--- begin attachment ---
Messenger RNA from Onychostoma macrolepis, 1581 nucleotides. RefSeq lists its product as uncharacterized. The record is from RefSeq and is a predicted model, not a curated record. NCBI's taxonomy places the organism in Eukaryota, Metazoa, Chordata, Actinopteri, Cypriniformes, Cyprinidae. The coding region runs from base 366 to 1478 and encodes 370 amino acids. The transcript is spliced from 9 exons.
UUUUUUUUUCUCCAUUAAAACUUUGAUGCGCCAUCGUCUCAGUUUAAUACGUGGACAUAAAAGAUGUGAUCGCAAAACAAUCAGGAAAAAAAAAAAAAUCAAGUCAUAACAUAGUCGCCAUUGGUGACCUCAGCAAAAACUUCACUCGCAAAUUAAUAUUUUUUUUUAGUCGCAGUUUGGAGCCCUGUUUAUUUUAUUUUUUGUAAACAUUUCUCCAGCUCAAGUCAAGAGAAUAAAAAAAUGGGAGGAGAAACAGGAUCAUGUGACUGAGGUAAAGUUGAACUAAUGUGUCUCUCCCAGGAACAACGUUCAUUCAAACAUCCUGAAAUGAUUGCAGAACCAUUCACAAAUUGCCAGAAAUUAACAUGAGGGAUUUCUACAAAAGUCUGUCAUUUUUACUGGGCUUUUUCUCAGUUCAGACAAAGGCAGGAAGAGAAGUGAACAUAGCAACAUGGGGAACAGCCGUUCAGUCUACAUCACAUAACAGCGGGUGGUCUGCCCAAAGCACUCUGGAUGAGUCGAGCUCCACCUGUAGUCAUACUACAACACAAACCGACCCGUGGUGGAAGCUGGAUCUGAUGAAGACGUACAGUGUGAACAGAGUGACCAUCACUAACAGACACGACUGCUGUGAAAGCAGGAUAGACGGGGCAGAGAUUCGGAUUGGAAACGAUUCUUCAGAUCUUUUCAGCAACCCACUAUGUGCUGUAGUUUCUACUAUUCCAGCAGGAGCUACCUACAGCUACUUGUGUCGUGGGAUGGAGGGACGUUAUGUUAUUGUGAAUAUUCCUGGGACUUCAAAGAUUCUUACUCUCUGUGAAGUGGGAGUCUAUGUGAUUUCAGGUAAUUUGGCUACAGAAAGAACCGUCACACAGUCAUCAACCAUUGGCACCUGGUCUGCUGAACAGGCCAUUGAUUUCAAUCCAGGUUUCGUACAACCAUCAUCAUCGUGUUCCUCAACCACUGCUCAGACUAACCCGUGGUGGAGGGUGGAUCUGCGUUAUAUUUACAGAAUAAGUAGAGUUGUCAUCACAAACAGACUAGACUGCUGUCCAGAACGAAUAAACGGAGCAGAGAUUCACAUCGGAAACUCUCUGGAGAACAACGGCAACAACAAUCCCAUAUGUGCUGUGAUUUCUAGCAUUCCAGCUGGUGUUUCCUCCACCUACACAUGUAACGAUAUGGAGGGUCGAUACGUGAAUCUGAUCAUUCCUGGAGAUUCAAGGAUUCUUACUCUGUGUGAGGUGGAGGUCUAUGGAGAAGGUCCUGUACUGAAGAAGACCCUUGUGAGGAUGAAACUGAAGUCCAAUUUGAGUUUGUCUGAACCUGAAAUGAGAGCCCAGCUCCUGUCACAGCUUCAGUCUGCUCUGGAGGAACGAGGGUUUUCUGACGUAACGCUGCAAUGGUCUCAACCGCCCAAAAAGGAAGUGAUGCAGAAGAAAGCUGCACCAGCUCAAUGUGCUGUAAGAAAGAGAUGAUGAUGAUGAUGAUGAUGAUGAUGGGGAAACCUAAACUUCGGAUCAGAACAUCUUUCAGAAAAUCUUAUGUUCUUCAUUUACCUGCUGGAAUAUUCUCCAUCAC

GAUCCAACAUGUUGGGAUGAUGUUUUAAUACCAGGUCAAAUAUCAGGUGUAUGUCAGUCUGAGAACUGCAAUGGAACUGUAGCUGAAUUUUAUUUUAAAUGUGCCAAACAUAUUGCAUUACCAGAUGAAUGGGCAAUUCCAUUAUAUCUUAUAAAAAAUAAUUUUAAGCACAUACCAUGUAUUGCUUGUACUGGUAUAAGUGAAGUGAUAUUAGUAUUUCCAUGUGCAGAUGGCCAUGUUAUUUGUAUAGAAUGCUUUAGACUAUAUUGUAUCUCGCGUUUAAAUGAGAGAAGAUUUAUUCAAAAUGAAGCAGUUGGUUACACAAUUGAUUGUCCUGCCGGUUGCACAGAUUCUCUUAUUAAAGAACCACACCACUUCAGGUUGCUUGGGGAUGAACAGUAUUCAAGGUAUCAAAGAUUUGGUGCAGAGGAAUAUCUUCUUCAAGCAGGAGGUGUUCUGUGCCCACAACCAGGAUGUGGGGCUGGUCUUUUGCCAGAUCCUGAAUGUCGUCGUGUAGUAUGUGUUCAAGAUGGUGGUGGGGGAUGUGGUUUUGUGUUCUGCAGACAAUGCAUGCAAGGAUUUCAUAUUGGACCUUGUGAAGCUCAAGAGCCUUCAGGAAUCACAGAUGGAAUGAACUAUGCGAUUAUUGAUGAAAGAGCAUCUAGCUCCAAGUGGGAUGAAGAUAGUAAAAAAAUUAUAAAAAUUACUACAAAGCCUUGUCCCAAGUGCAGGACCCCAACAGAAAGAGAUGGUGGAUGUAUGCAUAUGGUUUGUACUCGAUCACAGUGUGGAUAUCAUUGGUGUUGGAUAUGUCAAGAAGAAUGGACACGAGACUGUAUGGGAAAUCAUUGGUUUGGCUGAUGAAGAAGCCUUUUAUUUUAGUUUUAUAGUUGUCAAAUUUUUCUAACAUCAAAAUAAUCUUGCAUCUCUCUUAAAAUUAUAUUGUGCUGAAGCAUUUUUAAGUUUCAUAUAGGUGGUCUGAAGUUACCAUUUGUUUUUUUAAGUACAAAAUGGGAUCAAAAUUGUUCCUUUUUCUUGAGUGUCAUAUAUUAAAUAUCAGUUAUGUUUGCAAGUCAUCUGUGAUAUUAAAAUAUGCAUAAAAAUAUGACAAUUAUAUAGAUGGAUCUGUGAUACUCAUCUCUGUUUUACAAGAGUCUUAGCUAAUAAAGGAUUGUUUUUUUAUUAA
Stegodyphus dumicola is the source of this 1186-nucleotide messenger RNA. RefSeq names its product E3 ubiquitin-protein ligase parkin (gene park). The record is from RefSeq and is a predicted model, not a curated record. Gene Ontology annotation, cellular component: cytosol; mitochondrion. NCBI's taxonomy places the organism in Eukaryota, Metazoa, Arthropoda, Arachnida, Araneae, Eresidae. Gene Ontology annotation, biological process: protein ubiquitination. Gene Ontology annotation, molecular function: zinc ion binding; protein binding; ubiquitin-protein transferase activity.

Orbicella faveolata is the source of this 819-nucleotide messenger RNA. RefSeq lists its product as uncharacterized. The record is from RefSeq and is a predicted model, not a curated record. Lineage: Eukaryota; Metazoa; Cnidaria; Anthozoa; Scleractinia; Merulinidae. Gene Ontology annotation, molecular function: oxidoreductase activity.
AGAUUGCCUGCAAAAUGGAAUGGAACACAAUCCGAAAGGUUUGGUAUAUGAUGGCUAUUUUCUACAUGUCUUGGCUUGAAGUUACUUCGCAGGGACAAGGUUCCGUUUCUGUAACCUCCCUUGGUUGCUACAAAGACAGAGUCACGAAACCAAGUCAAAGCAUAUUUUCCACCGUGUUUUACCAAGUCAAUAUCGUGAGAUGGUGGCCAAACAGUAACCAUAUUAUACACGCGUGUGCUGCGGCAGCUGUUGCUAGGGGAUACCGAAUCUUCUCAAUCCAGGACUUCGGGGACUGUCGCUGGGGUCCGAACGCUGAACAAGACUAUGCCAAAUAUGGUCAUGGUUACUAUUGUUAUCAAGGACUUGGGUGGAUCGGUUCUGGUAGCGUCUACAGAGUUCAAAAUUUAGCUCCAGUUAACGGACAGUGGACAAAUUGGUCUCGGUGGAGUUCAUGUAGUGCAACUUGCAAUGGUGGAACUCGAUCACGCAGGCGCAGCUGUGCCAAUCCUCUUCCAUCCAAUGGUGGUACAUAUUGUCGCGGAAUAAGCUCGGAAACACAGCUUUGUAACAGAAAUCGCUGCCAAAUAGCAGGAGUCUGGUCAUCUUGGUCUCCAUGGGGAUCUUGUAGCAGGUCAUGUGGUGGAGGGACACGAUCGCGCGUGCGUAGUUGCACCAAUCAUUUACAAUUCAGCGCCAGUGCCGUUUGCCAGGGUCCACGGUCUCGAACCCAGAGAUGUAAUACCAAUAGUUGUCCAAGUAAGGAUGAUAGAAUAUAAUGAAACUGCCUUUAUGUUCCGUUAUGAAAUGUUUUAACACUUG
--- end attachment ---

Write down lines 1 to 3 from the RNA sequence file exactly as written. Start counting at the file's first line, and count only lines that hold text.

Messenger RNA from Onychostoma macrolepis, 1581 nucleotides. RefSeq lists its product as uncharacterized. The record is from RefSeq and is a predicted model, not a curated record. NCBI's taxonomy places the organism in Eukaryota, Metazoa, Chordata, Actinopteri, Cypriniformes, Cyprinidae. The coding region runs from base 366 to 1478 and encodes 370 amino acids. The transcript is spliced from 9 exons.
UUUUUUUUUCUCCAUUAAAACUUUGAUGCGCCAUCGUCUCAGUUUAAUACGUGGACAUAAAAGAUGUGAUCGCAAAACAAUCAGGAAAAAAAAAAAAAUCAAGUCAUAACAUAGUCGCCAUUGGUGACCUCAGCAAAAACUUCACUCGCAAAUUAAUAUUUUUUUUUAGUCGCAGUUUGGAGCCCUGUUUAUUUUAUUUUUUGUAAACAUUUCUCCAGCUCAAGUCAAGAGAAUAAAAAAAUGGGAGGAGAAACAGGAUCAUGUGACUGAGGUAAAGUUGAACUAAUGUGUCUCUCCCAGGAACAACGUUCAUUCAAACAUCCUGAAAUGAUUGCAGAACCAUUCACAAAUUGCCAGAAAUUAACAUGAGGGAUUUCUACAAAAGUCUGUCAUUUUUACUGGGCUUUUUCUCAGUUCAGACAAAGGCAGGAAGAGAAGUGAACAUAGCAACAUGGGGAACAGCCGUUCAGUCUACAUCACAUAACAGCGGGUGGUCUGCCCAAAGCACUCUGGAUGAGUCGAGCUCCACCUGUAGUCAUACUACAACACAAACCGACCCGUGGUGGAAGCUGGAUCUGAUGAAGACGUACAGUGUGAACAGAGUGACCAUCACUAACAGACACGACUGCUGUGAAAGCAGGAUAGACGGGGCAGAGAUUCGGAUUGGAAACGAUUCUUCAGAUCUUUUCAGCAACCCACUAUGUGCUGUAGUUUCUACUAUUCCAGCAGGAGCUACCUACAGCUACUUGUGUCGUGGGAUGGAGGGACGUUAUGUUAUUGUGAAUAUUCCUGGGACUUCAAAGAUUCUUACUCUCUGUGAAGUGGGAGUCUAUGUGAUUUCAGGUAAUUUGGCUACAGAAAGAACCGUCACACAGUCAUCAACCAUUGGCACCUGGUCUGCUGAACAGGCCAUUGAUUUCAAUCCAGGUUUCGUACAACCAUCAUCAUCGUGUUCCUCAACCACUGCUCAGACUAACCCGUGGUGGAGGGUGGAUCUGCGUUAUAUUUACAGAAUAAGUAGAGUUGUCAUCACAAACAGACUAGACUGCUGUCCAGAACGAAUAAACGGAGCAGAGAUUCACAUCGGAAACUCUCUGGAGAACAACGGCAACAACAAUCCCAUAUGUGCUGUGAUUUCUAGCAUUCCAGCUGGUGUUUCCUCCACCUACACAUGUAACGAUAUGGAGGGUCGAUACGUGAAUCUGAUCAUUCCUGGAGAUUCAAGGAUUCUUACUCUGUGUGAGGUGGAGGUCUAUGGAGAAGGUCCUGUACUGAAGAAGACCCUUGUGAGGAUGAAACUGAAGUCCAAUUUGAGUUUGUCUGAACCUGAAAUGAGAGCCCAGCUCCUGUCACAGCUUCAGUCUGCUCUGGAGGAACGAGGGUUUUCUGACGUAACGCUGCAAUGGUCUCAACCGCCCAAAAAGGAAGUGAUGCAGAAGAAAGCUGCACCAGCUCAAUGUGCUGUAAGAAAGAGAUGAUGAUGAUGAUGAUGAUGAUGAUGGGGAAACCUAAACUUCGGAUCAGAACAUCUUUCAGAAAAUCUUAUGUUCUUCAUUUACCUGCUGGAAUAUUCUCCAUCAC

GAUCCAACAUGUUGGGAUGAUGUUUUAAUACCAGGUCAAAUAUCAGGUGUAUGUCAGUCUGAGAACUGCAAUGGAACUGUAGCUGAAUUUUAUUUUAAAUGUGCCAAACAUAUUGCAUUACCAGAUGAAUGGGCAAUUCCAUUAUAUCUUAUAAAAAAUAAUUUUAAGCACAUACCAUGUAUUGCUUGUACUGGUAUAAGUGAAGUGAUAUUAGUAUUUCCAUGUGCAGAUGGCCAUGUUAUUUGUAUAGAAUGCUUUAGACUAUAUUGUAUCUCGCGUUUAAAUGAGAGAAGAUUUAUUCAAAAUGAAGCAGUUGGUUACACAAUUGAUUGUCCUGCCGGUUGCACAGAUUCUCUUAUUAAAGAACCACACCACUUCAGGUUGCUUGGGGAUGAACAGUAUUCAAGGUAUCAAAGAUUUGGUGCAGAGGAAUAUCUUCUUCAAGCAGGAGGUGUUCUGUGCCCACAACCAGGAUGUGGGGCUGGUCUUUUGCCAGAUCCUGAAUGUCGUCGUGUAGUAUGUGUUCAAGAUGGUGGUGGGGGAUGUGGUUUUGUGUUCUGCAGACAAUGCAUGCAAGGAUUUCAUAUUGGACCUUGUGAAGCUCAAGAGCCUUCAGGAAUCACAGAUGGAAUGAACUAUGCGAUUAUUGAUGAAAGAGCAUCUAGCUCCAAGUGGGAUGAAGAUAGUAAAAAAAUUAUAAAAAUUACUACAAAGCCUUGUCCCAAGUGCAGGACCCCAACAGAAAGAGAUGGUGGAUGUAUGCAUAUGGUUUGUACUCGAUCACAGUGUGGAUAUCAUUGGUGUUGGAUAUGUCAAGAAGAAUGGACACGAGACUGUAUGGGAAAUCAUUGGUUUGGCUGAUGAAGAAGCCUUUUAUUUUAGUUUUAUAGUUGUCAAAUUUUUCUAACAUCAAAAUAAUCUUGCAUCUCUCUUAAAAUUAUAUUGUGCUGAAGCAUUUUUAAGUUUCAUAUAGGUGGUCUGAAGUUACCAUUUGUUUUUUUAAGUACAAAAUGGGAUCAAAAUUGUUCCUUUUUCUUGAGUGUCAUAUAUUAAAUAUCAGUUAUGUUUGCAAGUCAUCUGUGAUAUUAAAAUAUGCAUAAAAAUAUGACAAUUAUAUAGAUGGAUCUGUGAUACUCAUCUCUGUUUUACAAGAGUCUUAGCUAAUAAAGGAUUGUUUUUUUAUUAA